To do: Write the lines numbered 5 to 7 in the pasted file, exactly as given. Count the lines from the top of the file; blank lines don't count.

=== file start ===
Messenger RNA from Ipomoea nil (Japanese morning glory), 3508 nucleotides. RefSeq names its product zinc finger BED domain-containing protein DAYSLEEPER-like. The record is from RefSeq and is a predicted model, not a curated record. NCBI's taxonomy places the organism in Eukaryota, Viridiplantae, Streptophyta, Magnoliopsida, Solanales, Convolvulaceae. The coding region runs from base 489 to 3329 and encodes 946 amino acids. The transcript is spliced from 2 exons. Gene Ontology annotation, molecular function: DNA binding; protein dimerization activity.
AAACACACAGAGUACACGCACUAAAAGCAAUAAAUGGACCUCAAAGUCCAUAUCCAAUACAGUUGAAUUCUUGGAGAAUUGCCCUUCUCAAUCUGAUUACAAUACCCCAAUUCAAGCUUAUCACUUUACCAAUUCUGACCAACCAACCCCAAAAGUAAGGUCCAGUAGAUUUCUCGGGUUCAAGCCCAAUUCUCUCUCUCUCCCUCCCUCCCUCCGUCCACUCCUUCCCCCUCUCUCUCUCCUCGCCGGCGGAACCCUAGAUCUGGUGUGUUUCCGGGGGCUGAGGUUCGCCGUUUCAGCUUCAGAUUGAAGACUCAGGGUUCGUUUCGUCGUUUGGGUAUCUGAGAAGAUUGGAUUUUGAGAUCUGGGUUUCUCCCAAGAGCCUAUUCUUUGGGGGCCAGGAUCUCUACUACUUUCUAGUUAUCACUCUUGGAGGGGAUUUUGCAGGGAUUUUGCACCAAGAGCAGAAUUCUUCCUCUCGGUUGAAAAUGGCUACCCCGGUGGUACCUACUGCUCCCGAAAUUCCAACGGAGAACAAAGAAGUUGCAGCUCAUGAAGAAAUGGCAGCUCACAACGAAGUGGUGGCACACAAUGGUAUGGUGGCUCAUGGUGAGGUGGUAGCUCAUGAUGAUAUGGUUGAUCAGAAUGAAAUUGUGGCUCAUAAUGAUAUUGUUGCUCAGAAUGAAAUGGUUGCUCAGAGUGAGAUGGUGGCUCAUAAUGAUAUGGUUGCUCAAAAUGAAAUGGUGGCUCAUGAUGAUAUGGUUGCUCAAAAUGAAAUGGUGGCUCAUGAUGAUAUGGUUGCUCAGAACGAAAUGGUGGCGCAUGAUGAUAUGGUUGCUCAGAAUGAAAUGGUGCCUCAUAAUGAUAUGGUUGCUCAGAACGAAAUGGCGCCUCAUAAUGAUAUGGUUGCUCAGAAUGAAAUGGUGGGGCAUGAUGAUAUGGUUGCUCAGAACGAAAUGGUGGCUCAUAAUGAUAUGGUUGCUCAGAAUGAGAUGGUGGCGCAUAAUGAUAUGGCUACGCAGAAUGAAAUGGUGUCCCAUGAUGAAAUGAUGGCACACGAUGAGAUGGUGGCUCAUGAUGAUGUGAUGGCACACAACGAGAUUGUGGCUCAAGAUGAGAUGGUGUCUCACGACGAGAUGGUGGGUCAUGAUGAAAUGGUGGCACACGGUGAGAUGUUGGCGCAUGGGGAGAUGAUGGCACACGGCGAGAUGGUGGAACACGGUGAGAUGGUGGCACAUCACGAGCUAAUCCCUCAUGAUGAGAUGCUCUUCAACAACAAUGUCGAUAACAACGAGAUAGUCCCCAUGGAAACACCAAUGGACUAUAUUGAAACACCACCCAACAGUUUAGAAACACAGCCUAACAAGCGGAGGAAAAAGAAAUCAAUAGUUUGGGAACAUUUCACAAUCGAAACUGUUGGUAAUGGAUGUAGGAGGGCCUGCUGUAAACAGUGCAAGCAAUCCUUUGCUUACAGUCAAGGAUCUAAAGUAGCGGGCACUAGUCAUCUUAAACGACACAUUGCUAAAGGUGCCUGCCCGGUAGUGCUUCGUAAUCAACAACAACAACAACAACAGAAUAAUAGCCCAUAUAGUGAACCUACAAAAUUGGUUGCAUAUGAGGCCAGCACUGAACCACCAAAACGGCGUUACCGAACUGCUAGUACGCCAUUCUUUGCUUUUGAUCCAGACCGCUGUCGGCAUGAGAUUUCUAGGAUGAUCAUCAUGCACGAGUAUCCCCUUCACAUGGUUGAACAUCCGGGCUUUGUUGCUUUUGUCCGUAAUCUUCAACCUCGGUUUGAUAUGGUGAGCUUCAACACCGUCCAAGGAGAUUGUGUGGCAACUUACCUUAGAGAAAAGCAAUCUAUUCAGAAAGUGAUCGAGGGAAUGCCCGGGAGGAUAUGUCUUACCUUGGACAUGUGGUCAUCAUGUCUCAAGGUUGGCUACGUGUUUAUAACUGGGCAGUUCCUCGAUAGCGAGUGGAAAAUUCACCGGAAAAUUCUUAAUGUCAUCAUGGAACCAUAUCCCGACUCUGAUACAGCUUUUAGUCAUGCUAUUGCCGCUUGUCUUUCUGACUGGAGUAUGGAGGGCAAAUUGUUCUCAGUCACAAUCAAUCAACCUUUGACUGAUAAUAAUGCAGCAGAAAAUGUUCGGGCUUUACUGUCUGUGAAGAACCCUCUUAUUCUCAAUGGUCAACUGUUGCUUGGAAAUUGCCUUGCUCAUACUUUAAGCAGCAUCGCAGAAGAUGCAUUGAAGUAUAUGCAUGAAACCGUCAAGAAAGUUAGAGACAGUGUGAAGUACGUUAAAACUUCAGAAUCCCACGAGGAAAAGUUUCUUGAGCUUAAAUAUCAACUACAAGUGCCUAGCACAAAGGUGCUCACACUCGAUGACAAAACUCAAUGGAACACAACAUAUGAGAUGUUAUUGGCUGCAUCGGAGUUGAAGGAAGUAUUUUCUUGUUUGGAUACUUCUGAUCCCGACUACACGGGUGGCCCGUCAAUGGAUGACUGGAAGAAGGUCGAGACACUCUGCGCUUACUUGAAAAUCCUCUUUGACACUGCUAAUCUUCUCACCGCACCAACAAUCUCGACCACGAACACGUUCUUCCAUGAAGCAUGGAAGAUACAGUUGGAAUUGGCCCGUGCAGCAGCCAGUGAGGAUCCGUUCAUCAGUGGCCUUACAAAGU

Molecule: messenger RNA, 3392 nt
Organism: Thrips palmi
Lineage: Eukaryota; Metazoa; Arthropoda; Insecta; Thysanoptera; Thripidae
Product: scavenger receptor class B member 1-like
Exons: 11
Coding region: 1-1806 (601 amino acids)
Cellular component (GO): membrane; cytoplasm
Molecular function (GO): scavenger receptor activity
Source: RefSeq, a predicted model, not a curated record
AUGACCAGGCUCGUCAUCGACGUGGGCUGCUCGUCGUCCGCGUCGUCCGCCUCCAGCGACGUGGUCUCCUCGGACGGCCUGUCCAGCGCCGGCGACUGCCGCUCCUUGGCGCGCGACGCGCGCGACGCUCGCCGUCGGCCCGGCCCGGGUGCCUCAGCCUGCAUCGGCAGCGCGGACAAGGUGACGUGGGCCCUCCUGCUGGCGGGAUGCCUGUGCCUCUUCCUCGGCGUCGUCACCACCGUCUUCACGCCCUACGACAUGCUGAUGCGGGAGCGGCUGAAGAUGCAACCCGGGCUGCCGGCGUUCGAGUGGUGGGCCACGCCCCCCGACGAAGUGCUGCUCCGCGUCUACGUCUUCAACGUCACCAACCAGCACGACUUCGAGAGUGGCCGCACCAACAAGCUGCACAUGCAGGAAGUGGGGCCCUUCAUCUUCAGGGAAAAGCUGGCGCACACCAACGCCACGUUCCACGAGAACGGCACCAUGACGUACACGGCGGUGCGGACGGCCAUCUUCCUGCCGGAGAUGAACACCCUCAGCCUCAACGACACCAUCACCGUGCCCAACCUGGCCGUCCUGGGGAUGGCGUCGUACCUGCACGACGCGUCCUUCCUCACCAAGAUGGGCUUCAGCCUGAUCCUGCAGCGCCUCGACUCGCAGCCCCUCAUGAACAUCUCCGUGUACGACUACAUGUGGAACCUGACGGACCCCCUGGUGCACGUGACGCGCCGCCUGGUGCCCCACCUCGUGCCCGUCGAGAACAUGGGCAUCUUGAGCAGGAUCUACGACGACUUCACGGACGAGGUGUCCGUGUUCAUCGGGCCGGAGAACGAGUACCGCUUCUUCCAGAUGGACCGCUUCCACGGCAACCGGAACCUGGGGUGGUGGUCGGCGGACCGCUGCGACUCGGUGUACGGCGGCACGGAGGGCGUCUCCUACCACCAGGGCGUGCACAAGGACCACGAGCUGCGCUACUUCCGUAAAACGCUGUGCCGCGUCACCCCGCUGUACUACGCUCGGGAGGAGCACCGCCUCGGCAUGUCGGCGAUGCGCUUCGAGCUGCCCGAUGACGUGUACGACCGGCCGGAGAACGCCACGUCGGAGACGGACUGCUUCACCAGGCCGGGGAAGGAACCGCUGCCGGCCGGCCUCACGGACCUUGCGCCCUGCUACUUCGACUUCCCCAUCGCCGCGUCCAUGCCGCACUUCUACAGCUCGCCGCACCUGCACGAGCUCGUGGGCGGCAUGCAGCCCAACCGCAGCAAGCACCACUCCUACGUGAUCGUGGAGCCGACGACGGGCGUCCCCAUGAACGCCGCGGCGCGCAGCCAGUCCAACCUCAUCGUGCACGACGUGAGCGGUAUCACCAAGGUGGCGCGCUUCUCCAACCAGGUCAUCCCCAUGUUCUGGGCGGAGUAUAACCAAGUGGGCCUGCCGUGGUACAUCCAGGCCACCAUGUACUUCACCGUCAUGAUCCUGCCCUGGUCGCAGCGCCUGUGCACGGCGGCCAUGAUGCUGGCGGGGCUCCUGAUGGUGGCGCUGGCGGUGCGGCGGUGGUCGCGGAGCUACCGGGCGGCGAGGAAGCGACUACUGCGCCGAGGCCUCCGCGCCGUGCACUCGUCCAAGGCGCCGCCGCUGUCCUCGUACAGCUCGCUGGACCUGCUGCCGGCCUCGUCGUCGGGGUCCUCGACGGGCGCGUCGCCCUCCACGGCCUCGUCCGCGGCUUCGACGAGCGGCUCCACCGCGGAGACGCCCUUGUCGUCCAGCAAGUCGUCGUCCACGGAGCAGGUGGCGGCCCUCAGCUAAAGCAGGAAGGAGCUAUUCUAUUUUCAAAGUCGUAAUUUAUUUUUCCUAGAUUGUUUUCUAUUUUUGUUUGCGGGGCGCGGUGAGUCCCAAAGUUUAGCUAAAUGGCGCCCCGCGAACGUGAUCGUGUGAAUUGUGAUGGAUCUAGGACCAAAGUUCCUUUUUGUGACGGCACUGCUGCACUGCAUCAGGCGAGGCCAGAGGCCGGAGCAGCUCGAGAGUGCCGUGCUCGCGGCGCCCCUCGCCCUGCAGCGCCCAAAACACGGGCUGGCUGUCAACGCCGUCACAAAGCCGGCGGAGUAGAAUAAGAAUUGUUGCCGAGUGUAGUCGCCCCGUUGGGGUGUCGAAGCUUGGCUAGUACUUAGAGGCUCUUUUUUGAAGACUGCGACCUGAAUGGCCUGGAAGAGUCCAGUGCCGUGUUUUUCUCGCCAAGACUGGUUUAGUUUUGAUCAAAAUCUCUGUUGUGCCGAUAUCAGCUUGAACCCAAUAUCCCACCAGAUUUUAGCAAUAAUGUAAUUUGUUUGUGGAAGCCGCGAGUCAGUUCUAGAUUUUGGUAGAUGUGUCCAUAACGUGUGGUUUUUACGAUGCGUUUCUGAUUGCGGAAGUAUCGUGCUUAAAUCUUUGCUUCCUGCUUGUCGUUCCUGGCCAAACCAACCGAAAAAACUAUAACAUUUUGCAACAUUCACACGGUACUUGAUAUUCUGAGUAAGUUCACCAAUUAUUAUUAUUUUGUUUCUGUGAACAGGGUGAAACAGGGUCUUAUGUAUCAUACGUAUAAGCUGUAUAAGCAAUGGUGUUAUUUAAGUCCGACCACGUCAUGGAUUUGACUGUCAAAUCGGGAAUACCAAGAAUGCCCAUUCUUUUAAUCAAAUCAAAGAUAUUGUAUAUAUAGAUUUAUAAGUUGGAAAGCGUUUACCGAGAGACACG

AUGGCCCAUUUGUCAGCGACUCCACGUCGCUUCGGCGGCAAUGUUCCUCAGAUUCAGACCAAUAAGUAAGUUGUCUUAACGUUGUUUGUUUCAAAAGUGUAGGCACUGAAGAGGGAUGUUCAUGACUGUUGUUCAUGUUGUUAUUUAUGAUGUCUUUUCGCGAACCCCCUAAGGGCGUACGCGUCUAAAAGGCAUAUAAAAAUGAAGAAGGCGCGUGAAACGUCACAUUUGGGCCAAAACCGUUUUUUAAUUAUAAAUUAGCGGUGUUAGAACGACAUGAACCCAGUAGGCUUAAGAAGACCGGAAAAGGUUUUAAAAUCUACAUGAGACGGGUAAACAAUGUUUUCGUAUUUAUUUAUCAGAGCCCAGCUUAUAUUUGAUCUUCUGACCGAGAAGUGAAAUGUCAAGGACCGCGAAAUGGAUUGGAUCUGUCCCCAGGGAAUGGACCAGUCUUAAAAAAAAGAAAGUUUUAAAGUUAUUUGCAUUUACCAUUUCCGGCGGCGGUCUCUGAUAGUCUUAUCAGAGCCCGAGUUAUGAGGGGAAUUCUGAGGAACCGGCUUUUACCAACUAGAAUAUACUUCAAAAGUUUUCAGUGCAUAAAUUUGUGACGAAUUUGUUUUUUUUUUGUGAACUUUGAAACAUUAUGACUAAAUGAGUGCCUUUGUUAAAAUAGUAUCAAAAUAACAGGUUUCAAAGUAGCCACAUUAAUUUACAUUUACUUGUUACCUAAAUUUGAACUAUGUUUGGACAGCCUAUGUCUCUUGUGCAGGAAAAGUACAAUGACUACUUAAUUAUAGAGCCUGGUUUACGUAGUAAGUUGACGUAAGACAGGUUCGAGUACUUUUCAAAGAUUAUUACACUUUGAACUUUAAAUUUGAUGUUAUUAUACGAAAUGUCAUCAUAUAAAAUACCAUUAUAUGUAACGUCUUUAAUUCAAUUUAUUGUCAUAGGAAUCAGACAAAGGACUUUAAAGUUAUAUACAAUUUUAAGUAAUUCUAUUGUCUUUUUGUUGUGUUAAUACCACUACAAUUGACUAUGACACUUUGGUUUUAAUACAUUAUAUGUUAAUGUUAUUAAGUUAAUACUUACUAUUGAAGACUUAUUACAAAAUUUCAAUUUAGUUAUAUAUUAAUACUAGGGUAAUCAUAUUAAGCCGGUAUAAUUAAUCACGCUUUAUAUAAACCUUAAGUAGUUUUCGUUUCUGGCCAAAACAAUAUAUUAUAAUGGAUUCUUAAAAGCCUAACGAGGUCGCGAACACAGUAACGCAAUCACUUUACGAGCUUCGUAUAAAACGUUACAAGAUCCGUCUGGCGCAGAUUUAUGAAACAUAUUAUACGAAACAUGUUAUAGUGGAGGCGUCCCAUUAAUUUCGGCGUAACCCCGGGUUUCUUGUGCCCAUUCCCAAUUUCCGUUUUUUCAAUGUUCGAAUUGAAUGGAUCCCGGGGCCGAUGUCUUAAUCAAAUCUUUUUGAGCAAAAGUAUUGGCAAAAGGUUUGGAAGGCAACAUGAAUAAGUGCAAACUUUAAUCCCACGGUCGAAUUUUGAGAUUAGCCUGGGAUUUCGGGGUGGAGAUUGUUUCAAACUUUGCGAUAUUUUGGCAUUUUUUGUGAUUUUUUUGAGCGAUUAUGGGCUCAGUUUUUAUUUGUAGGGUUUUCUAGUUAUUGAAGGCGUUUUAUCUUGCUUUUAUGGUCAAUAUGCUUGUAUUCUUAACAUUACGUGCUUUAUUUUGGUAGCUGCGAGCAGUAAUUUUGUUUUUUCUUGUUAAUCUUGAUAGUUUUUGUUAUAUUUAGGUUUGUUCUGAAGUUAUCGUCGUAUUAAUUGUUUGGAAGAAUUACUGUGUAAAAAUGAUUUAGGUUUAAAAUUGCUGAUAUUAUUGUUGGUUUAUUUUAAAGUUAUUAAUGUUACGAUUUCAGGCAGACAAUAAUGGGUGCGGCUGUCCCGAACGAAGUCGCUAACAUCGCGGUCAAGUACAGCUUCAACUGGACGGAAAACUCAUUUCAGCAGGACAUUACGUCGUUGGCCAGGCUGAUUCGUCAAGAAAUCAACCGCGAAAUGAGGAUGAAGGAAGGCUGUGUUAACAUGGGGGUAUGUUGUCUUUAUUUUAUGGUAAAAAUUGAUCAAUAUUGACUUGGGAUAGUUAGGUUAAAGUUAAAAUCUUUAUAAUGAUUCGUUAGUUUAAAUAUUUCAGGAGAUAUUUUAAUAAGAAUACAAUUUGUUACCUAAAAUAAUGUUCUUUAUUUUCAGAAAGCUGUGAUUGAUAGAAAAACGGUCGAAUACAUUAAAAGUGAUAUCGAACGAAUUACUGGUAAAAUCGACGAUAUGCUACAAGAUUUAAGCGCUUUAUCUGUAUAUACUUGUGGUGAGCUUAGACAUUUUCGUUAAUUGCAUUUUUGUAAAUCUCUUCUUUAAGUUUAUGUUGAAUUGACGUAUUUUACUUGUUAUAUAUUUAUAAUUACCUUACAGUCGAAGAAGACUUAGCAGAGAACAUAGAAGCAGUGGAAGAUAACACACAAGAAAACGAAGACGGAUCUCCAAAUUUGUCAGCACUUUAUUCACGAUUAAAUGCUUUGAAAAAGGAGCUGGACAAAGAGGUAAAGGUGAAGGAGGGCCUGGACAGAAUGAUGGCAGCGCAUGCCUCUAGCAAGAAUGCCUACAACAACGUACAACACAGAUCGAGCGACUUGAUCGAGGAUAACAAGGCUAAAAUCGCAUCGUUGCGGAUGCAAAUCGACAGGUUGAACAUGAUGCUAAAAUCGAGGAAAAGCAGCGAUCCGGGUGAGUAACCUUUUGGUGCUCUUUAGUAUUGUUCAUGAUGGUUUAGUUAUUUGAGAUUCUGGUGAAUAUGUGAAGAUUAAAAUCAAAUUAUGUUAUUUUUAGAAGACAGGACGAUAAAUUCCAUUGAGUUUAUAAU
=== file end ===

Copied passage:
Lineage: Eukaryota; Metazoa; Arthropoda; Insecta; Thysanoptera; Thripidae
Product: scavenger receptor class B member 1-like
Exons: 11